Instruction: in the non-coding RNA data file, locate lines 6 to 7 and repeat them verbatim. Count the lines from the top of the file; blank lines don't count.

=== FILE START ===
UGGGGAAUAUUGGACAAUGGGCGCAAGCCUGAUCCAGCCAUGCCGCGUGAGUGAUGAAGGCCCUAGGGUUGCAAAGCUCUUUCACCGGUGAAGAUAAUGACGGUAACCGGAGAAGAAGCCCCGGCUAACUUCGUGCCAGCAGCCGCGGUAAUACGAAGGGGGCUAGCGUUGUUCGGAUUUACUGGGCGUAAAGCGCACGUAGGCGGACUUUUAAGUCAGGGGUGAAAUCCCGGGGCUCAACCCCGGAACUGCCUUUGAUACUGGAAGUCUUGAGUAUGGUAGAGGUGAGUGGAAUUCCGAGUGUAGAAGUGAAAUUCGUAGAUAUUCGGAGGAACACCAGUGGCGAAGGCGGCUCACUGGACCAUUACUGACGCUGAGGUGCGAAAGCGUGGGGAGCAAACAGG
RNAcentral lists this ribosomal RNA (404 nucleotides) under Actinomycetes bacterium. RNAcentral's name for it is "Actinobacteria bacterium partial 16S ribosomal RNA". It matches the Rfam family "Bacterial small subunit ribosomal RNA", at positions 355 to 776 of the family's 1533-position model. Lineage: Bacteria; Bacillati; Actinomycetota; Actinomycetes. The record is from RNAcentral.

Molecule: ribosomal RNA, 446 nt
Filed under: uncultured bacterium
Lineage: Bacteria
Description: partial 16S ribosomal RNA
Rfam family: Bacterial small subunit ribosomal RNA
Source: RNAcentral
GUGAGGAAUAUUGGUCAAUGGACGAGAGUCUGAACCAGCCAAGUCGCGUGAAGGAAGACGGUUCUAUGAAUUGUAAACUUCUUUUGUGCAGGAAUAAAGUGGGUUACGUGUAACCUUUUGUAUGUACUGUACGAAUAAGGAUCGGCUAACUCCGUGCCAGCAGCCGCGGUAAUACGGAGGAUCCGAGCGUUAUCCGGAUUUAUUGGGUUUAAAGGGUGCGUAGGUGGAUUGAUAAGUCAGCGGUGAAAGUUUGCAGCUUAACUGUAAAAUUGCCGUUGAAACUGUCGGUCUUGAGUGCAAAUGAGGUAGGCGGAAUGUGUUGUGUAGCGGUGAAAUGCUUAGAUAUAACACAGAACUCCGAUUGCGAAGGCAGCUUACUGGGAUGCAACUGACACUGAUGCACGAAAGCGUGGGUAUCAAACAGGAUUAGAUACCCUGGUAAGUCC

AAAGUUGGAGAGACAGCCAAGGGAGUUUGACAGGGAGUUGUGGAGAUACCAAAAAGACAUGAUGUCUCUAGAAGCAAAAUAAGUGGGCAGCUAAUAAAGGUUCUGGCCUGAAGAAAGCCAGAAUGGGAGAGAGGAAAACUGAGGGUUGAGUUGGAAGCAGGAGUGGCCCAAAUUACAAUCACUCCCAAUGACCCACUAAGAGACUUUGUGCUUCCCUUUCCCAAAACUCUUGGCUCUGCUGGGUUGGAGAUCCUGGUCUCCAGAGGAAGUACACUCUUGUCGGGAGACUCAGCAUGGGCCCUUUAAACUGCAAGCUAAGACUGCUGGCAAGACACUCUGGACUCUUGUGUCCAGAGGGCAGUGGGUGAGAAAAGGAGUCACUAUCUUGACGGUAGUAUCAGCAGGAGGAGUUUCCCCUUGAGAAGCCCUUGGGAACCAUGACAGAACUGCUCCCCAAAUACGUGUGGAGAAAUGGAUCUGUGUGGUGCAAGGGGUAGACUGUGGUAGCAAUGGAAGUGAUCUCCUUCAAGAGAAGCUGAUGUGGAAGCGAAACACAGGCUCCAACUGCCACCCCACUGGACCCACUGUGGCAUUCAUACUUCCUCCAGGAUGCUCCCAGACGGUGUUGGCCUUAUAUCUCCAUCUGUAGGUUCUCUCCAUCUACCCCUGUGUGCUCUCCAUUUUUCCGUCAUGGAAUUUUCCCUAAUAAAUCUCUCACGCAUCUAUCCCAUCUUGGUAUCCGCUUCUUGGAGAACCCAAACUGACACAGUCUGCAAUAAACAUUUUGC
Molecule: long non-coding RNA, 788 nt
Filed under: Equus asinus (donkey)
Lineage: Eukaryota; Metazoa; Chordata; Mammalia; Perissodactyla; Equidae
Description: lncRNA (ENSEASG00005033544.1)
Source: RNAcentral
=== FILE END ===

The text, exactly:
Description: partial 16S ribosomal RNA
Rfam family: Bacterial small subunit ribosomal RNA